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The artist surrounded by some of her recent works.
Enrique Limón

’Trotter of the Revolution

Erin Currier’s art is both sublime and politically charged

September 10, 2013, 12:00 am
Mugshot-style printouts are taped to a wall in Erin Currier’s studio. They feature the faces of American anarchist Voltairine de Cleyre, legendary Mexican artist’s model Carmen Mondragón, Italian political activist Virgilia d’Andrea and Japanese anarcho-feminist Kanno Sugako. They serve as inspiration for “Punkabbestia,” a monumental mixed media on wood panel that depicts all four women in their youth, represented as Roman gutter punks.

The work is the centerpiece of Currier’s upcoming From Paris to Phnom Penh exhibit, opening this Friday at Blue Rain Gallery.

Adhering to Currier’s signature style, “Punkabbestia” features a seemingly never ending number of layers composed by discarded ephemera she finds during trips abroad: Items such as the lining of a box of tea, promotional flyers from an all-male strip club in Buenos Aires and a Czech doggie waste bag.

“I find the trash as I go along,” the soft-spoken artist says. “I don’t plan the collage part out in advance; that happens organically after I paint.”  

Nearby, a piece titled “Temple Cleaners of Cambodia” is also laced with a struggle of basic dignity and human rights. “It’s based on women I met who clean the temple grounds,” the self-described “traveling ontographer,” says. “There are hundreds of Buddhist temples that go on for miles and miles.”

The work evolved from sketches Currier made during a visit to Angkor Wat, the largest religious monument in the world. Its stewards, it turns out, have a unique, homespun fashion sense, which caught the artist’s eye.  

“They combine all these patterns,” Currier says. “They’ll wear cowboy hats with plaid hoodies and striped pants; they inspired me visually, so I tried to incorporate that.”

Iconography revolving around female saints is also one of her current obsessions.

“The more I research these saints, the more I’m seeing that a lot of them were non-conformist, even rebellious women of their time,” Currier muses. “They were free thinkers. A lot of them went up against the church hierarchy—the greater authority—and were pursued.”  

That against-the-grain nature is a common thread in Currier’s body of work. “All of my work is about the autonomy of the human being, people’s quest for emancipation,” she says, “and I see that in the stories of a lot of these saints.”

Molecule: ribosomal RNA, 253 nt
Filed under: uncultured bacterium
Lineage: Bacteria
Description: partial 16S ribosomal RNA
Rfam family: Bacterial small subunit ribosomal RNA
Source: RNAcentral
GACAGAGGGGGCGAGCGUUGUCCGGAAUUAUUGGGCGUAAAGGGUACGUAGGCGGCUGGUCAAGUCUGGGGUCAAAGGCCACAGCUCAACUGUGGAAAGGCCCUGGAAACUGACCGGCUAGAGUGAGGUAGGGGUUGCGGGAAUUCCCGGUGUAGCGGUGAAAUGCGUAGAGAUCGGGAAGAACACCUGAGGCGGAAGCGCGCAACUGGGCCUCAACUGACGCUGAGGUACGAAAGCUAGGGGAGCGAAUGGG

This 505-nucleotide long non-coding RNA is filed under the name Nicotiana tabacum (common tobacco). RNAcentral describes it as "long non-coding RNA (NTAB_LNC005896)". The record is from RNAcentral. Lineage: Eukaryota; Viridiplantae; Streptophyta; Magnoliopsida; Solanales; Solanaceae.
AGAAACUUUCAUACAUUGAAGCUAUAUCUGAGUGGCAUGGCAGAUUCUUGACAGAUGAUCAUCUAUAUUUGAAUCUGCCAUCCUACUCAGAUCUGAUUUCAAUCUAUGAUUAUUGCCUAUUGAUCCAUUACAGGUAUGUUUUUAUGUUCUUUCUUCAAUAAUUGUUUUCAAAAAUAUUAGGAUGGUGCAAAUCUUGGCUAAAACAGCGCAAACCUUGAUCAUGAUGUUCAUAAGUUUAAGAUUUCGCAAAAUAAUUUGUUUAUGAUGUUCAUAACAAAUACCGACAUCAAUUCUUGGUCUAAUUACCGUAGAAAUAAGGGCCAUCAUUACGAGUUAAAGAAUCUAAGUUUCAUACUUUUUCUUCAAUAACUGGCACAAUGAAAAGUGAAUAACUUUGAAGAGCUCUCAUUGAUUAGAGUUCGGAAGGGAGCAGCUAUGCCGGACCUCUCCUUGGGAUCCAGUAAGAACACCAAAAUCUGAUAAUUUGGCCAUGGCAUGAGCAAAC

The quest, she adds, as well her interest for overseas adventure, has been a lifelong one.

“My whole life, what I always wanted to do when I was growing up, was to see the world. Making art is what I did naturally, so I found a way where they inform one another,” she says of the symbiotic relationship. “Through the art, I’m able to live pretty simply and save money to travel and then on the travels I collect materials and ideas to make into art.”

Being always “on” Currier says, does not get in the way of enjoy her travels; rather, it adds a whole new dimension to them. “My enjoyment of anything is the potential of drawing it, painting it.”

Currier assures that racking up frequent flyer miles isn’t a prerequisite for the creation of her captivating brand of art. Inspiration for her is around every corner.

“Gosh, where do I not find inspiration here?” she says about calling Santa Fe home. “I’m obviously very inspired by the Spanish Colonial arts here; the Pueblo arts; my palette; and my concerns as an artist.”

Often caught in her own intricate, creative vortex, the artist says it’s always an interesting moment when she decides she’s done with a painting.

“I just paint to the absolute best of my ability and I hit a ceiling with my own skill,” she explains. “With the collaging, I could just keep on layering and layering indefinitely.”

Ultimately, Currier adheres to a literary approach. “I think about what Eduardo Galeano and a lot of writers I respect say, ‘It’s not what you write, but what you leave out—what’s left unsaid.’”

From Paris to Phnom Penh
5-7 pm Friday, Sept. 13
Blue Rain Gallery, 130 Lincoln Ave.


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